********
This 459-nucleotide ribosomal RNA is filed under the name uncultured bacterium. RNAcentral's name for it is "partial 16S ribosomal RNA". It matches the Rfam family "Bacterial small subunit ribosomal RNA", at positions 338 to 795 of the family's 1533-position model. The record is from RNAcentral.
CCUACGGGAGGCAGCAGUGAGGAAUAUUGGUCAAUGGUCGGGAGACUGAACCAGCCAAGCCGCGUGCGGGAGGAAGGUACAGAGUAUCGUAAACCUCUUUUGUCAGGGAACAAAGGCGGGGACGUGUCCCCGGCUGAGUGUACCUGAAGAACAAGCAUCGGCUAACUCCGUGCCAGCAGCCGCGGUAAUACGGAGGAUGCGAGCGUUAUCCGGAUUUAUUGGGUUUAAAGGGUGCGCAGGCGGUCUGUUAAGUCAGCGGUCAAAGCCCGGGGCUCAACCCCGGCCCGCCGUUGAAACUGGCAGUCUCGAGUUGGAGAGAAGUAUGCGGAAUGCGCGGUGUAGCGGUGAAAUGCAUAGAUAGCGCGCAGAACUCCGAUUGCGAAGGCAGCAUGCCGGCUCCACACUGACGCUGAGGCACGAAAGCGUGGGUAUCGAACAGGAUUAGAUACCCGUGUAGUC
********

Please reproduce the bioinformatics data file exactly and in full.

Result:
This 459-nucleotide ribosomal RNA is filed under the name uncultured bacterium. RNAcentral's name for it is "partial 16S ribosomal RNA". It matches the Rfam family "Bacterial small subunit ribosomal RNA", at positions 338 to 795 of the family's 1533-position model. The record is from RNAcentral.
CCUACGGGAGGCAGCAGUGAGGAAUAUUGGUCAAUGGUCGGGAGACUGAACCAGCCAAGCCGCGUGCGGGAGGAAGGUACAGAGUAUCGUAAACCUCUUUUGUCAGGGAACAAAGGCGGGGACGUGUCCCCGGCUGAGUGUACCUGAAGAACAAGCAUCGGCUAACUCCGUGCCAGCAGCCGCGGUAAUACGGAGGAUGCGAGCGUUAUCCGGAUUUAUUGGGUUUAAAGGGUGCGCAGGCGGUCUGUUAAGUCAGCGGUCAAAGCCCGGGGCUCAACCCCGGCCCGCCGUUGAAACUGGCAGUCUCGAGUUGGAGAGAAGUAUGCGGAAUGCGCGGUGUAGCGGUGAAAUGCAUAGAUAGCGCGCAGAACUCCGAUUGCGAAGGCAGCAUGCCGGCUCCACACUGACGCUGAGGCACGAAAGCGUGGGUAUCGAACAGGAUUAGAUACCCGUGUAGUC